A librarian who rarely led me astray
A delightful and erudite man we students called Tee-hee Lewis was our college reference librarian. For some reason, at that time the students didn't have freedom to roam the stacks, so if we wanted to see a certain book, we had to ask Tee-hee to fetch it for us.
Mr. Lewis had a way of producing a jolly good chuckle, which he stifled in the dignity of library usage so it came out almost like a tee-hee, and I'm not sure I ever heard that he had another name. He rode a bicycle to the college library and back, and was a dear person to all who knew him.
It was my custom to drop off a list of books I might require as I "sought converse with the wise of all ages," and Tee-hee would find them and have them ready when I came by later. Then I'd return my books and leave another list for next time.
I have never known a librarian I didn't like, but Tee-hee made himself extra-special by finding me, each time, a book I didn't ask for, but which he had included over and above the call of duty. He'd lay out my requests one by one, and then say, "And this one is for you to read." Wasn't that nice?
And I read those special selections, one by one, and I blessed Tee-hee as time ran on, and I never knew another librarian to be so kind and to care so much. I increased in stature and wisdom and became the epitome of culture and decency. Does anybody except me remember the television program when Edward R. Murrow pronounced "epitome" as "eppie-tome"?
Tee-hee, except once, led me down the straight and narrow with his decorous selections, and that once was against his best judgment and not at all his fault.
My college library, in those days, observed the strict code of morality imposed by the Puritan tendencies of the parent English. Our library had what was known as the "sin room," where anything of a prurient nature was secluded behind a locked door, and access to it could be had only with written permission from a proper person.
The library, to be sure, had the books, but they were not to be consulted for idle purposes. And my English professor had handed us a list of suggested reading as we studied the works of Daniel Defoe. On the list was "Moll Flanders," the life and business thereof.
In the sublime innocence of my carefully guided youth, I handed my note to Tee-hee, and he let out a gasp and lifted his hands aloft to illustrate "Heavens to Betsy!" He told me "Moll Flanders" was in the sin room and I must have a note from teacher. Tee-hee didn't tee-hee. He went "Tch! Tch! Tch!"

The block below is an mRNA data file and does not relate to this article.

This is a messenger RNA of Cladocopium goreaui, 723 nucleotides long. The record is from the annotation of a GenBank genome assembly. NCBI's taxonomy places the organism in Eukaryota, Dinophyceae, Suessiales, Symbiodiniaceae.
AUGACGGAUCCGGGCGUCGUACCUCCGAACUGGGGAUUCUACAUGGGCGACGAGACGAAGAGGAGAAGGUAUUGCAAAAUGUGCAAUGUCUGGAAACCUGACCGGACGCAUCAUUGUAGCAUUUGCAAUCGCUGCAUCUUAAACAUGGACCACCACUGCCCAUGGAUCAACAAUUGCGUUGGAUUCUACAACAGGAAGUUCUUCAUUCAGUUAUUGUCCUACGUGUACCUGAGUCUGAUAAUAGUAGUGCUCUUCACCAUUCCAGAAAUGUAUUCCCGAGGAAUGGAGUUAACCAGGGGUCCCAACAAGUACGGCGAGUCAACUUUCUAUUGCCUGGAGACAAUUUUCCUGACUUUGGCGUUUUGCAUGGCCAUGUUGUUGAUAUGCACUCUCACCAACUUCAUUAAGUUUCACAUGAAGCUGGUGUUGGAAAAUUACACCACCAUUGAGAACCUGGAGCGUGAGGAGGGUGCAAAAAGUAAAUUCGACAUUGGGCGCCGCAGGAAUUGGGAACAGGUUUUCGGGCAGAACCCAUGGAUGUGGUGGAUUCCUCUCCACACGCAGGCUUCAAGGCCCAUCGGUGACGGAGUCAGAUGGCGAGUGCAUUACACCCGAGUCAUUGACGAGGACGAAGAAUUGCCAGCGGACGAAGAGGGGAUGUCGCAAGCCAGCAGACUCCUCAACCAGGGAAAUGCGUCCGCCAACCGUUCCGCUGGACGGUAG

Now, the book about Moll Flanders is sometimes considered the first effort with the "novel," as such, but others say, no, it was Richardson, or Smollett, or Stephen King, and "Moll Flanders" was not truly a novel. It is more often called a romance, if that is a kinder word, and it recites what happened to a girl named Moll who lived into an old age of penitence and comfort.
In a way, it is a lot like the adventures of Evangeline Bellefontaine, who, under the careful pen of Henry Wadsworth Longfellow, went through a great deal, as did Moll, but ended up otherwise. Tee-hee reluctantly found me the book. I read it, decided it wasn't really a novel, and I did my term paper on Mrs. E.D.E.N. Southworth, whose novels were not in the sin room. I concluded that I would do well to pay attention to Daniel Defoe and forget about Mrs. Southworth.
This same English professor who enticed me to investigate the sinful origin of the novel, later went through an experience I feel is pertinent. A successful gentleman who owned a number of bookstores in different cities had a daughter who hoped to attend a certain college of prestigious quality. She was found wanting in her preparatory offerings. In short, she didn't know Daniel Defoe from a McCormick reaper, and the college she wanted to attend felt she should at least have some knowledge of literature up to, but not necessarily beyond, "Little Boy Blue, Come Blow Your Horn."
Being well-heeled, the gentleman arranged to have my English professor tutor the young lady and bring her up to matriculation standards. Which he did. And he discovered a strange consequence of literary exposure.
The bookseller's daughter was enormously informed about every book that was ever published since the printer and the binder set up shop. She knew the titles, the authors, the publishers, the date of copyright, the number of printings and editions, copies in cheap editions, serializations, if illustrated and by whom, number of pages, if indexed, and every other thing right up to the day it went OOP, or out of print.
She knew about antiquarian prices, and which libraries had original copies in special collections. But she'd never read a book in her few formative years, and if you held your hands over the title pages she couldn't tell a Zane Gray boys' baseball book from Dante's "Commedia." It was no use. My English professor gave up on the young lady about the same time he gave up on me.
And while nobody knows where I went, the young lady inherited her father's bookstores and on the side operated a summer hotel at Squirrel Island in the Boothbay region. Which, I think, goes to show and is predictable.
Anyway, I just wanted to say a good word for Tee-hee Lewis, whom I remember with special affection.
(c) Copyright 2001. The Christian Science Monitor